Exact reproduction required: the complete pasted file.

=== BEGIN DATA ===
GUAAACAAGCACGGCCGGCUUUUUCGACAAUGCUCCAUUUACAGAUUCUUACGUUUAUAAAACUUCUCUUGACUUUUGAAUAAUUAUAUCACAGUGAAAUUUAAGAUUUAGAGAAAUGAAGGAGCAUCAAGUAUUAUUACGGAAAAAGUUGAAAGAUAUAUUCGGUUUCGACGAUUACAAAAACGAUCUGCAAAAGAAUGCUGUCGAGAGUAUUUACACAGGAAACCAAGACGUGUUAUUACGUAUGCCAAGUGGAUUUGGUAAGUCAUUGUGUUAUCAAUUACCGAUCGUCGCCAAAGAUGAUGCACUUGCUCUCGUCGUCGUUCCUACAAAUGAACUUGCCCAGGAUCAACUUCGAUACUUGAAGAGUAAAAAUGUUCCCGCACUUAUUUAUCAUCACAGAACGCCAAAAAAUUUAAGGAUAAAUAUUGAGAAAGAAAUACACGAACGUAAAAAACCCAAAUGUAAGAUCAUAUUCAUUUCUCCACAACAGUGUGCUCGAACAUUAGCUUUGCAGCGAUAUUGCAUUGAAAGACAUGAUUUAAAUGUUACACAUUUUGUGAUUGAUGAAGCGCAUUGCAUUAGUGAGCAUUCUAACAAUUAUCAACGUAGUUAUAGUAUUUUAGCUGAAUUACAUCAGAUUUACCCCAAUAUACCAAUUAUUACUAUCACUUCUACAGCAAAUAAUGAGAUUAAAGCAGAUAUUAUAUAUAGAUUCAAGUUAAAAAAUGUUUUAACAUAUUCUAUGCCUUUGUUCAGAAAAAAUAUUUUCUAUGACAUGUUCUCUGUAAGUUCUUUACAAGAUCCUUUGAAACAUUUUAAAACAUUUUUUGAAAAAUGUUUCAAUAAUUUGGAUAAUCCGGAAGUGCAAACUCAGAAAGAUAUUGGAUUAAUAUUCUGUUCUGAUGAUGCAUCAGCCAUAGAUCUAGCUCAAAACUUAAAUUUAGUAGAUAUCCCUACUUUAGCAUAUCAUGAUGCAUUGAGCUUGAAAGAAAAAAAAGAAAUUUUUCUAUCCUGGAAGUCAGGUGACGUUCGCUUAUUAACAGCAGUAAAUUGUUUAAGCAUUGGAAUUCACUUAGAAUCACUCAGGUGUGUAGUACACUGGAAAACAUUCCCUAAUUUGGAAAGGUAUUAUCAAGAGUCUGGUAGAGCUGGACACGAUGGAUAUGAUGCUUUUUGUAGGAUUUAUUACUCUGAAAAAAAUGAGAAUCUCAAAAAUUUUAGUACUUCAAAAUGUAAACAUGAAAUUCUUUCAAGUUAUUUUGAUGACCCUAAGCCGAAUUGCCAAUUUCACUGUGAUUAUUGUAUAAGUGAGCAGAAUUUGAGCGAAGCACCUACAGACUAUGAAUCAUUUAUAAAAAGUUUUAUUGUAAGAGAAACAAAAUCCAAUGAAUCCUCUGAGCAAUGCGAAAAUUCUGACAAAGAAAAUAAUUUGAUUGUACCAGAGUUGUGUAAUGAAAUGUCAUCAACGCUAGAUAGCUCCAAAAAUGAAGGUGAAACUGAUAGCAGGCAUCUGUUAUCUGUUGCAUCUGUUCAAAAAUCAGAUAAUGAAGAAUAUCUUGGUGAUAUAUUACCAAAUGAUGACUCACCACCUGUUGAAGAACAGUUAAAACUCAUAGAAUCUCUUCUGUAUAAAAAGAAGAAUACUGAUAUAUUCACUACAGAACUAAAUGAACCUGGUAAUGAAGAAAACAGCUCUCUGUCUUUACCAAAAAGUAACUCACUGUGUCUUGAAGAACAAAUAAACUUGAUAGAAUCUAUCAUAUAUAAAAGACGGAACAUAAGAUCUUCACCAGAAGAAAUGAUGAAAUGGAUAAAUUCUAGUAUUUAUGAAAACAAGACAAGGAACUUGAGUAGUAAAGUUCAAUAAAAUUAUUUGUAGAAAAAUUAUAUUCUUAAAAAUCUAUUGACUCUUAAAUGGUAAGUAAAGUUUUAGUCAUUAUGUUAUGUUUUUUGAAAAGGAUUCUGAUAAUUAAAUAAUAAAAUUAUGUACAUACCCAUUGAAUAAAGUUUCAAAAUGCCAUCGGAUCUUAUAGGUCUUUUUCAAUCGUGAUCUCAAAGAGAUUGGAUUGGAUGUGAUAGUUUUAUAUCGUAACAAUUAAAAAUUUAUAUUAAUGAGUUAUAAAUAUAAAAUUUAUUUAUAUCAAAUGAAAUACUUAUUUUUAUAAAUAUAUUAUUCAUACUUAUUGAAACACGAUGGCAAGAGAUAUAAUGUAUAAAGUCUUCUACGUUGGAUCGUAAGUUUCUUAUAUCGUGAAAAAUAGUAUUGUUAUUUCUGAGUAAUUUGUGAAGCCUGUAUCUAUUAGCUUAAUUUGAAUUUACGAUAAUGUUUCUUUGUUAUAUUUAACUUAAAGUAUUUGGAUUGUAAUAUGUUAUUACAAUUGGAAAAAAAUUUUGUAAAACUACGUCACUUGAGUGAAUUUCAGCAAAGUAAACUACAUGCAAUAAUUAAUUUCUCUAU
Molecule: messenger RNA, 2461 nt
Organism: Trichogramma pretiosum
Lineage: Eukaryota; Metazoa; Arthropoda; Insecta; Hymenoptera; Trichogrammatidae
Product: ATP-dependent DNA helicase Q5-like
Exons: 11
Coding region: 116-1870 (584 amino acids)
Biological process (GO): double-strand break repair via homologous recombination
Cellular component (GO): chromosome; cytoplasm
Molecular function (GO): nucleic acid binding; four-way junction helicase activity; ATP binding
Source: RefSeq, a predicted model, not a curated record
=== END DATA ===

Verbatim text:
GUAAACAAGCACGGCCGGCUUUUUCGACAAUGCUCCAUUUACAGAUUCUUACGUUUAUAAAACUUCUCUUGACUUUUGAAUAAUUAUAUCACAGUGAAAUUUAAGAUUUAGAGAAAUGAAGGAGCAUCAAGUAUUAUUACGGAAAAAGUUGAAAGAUAUAUUCGGUUUCGACGAUUACAAAAACGAUCUGCAAAAGAAUGCUGUCGAGAGUAUUUACACAGGAAACCAAGACGUGUUAUUACGUAUGCCAAGUGGAUUUGGUAAGUCAUUGUGUUAUCAAUUACCGAUCGUCGCCAAAGAUGAUGCACUUGCUCUCGUCGUCGUUCCUACAAAUGAACUUGCCCAGGAUCAACUUCGAUACUUGAAGAGUAAAAAUGUUCCCGCACUUAUUUAUCAUCACAGAACGCCAAAAAAUUUAAGGAUAAAUAUUGAGAAAGAAAUACACGAACGUAAAAAACCCAAAUGUAAGAUCAUAUUCAUUUCUCCACAACAGUGUGCUCGAACAUUAGCUUUGCAGCGAUAUUGCAUUGAAAGACAUGAUUUAAAUGUUACACAUUUUGUGAUUGAUGAAGCGCAUUGCAUUAGUGAGCAUUCUAACAAUUAUCAACGUAGUUAUAGUAUUUUAGCUGAAUUACAUCAGAUUUACCCCAAUAUACCAAUUAUUACUAUCACUUCUACAGCAAAUAAUGAGAUUAAAGCAGAUAUUAUAUAUAGAUUCAAGUUAAAAAAUGUUUUAACAUAUUCUAUGCCUUUGUUCAGAAAAAAUAUUUUCUAUGACAUGUUCUCUGUAAGUUCUUUACAAGAUCCUUUGAAACAUUUUAAAACAUUUUUUGAAAAAUGUUUCAAUAAUUUGGAUAAUCCGGAAGUGCAAACUCAGAAAGAUAUUGGAUUAAUAUUCUGUUCUGAUGAUGCAUCAGCCAUAGAUCUAGCUCAAAACUUAAAUUUAGUAGAUAUCCCUACUUUAGCAUAUCAUGAUGCAUUGAGCUUGAAAGAAAAAAAAGAAAUUUUUCUAUCCUGGAAGUCAGGUGACGUUCGCUUAUUAACAGCAGUAAAUUGUUUAAGCAUUGGAAUUCACUUAGAAUCACUCAGGUGUGUAGUACACUGGAAAACAUUCCCUAAUUUGGAAAGGUAUUAUCAAGAGUCUGGUAGAGCUGGACACGAUGGAUAUGAUGCUUUUUGUAGGAUUUAUUACUCUGAAAAAAAUGAGAAUCUCAAAAAUUUUAGUACUUCAAAAUGUAAACAUGAAAUUCUUUCAAGUUAUUUUGAUGACCCUAAGCCGAAUUGCCAAUUUCACUGUGAUUAUUGUAUAAGUGAGCAGAAUUUGAGCGAAGCACCUACAGACUAUGAAUCAUUUAUAAAAAGUUUUAUUGUAAGAGAAACAAAAUCCAAUGAAUCCUCUGAGCAAUGCGAAAAUUCUGACAAAGAAAAUAAUUUGAUUGUACCAGAGUUGUGUAAUGAAAUGUCAUCAACGCUAGAUAGCUCCAAAAAUGAAGGUGAAACUGAUAGCAGGCAUCUGUUAUCUGUUGCAUCUGUUCAAAAAUCAGAUAAUGAAGAAUAUCUUGGUGAUAUAUUACCAAAUGAUGACUCACCACCUGUUGAAGAACAGUUAAAACUCAUAGAAUCUCUUCUGUAUAAAAAGAAGAAUACUGAUAUAUUCACUACAGAACUAAAUGAACCUGGUAAUGAAGAAAACAGCUCUCUGUCUUUACCAAAAAGUAACUCACUGUGUCUUGAAGAACAAAUAAACUUGAUAGAAUCUAUCAUAUAUAAAAGACGGAACAUAAGAUCUUCACCAGAAGAAAUGAUGAAAUGGAUAAAUUCUAGUAUUUAUGAAAACAAGACAAGGAACUUGAGUAGUAAAGUUCAAUAAAAUUAUUUGUAGAAAAAUUAUAUUCUUAAAAAUCUAUUGACUCUUAAAUGGUAAGUAAAGUUUUAGUCAUUAUGUUAUGUUUUUUGAAAAGGAUUCUGAUAAUUAAAUAAUAAAAUUAUGUACAUACCCAUUGAAUAAAGUUUCAAAAUGCCAUCGGAUCUUAUAGGUCUUUUUCAAUCGUGAUCUCAAAGAGAUUGGAUUGGAUGUGAUAGUUUUAUAUCGUAACAAUUAAAAAUUUAUAUUAAUGAGUUAUAAAUAUAAAAUUUAUUUAUAUCAAAUGAAAUACUUAUUUUUAUAAAUAUAUUAUUCAUACUUAUUGAAACACGAUGGCAAGAGAUAUAAUGUAUAAAGUCUUCUACGUUGGAUCGUAAGUUUCUUAUAUCGUGAAAAAUAGUAUUGUUAUUUCUGAGUAAUUUGUGAAGCCUGUAUCUAUUAGCUUAAUUUGAAUUUACGAUAAUGUUUCUUUGUUAUAUUUAACUUAAAGUAUUUGGAUUGUAAUAUGUUAUUACAAUUGGAAAAAAAUUUUGUAAAACUACGUCACUUGAGUGAAUUUCAGCAAAGUAAACUACAUGCAAUAAUUAAUUUCUCUAU
Molecule: messenger RNA, 2461 nt
Organism: Trichogramma pretiosum
Lineage: Eukaryota; Metazoa; Arthropoda; Insecta; Hymenoptera; Trichogrammatidae
Product: ATP-dependent DNA helicase Q5-like
Exons: 11
Coding region: 116-1870 (584 amino acids)
Biological process (GO): double-strand break repair via homologous recombination
Cellular component (GO): chromosome; cytoplasm
Molecular function (GO): nucleic acid binding; four-way junction helicase activity; ATP binding
Source: RefSeq, a predicted model, not a curated record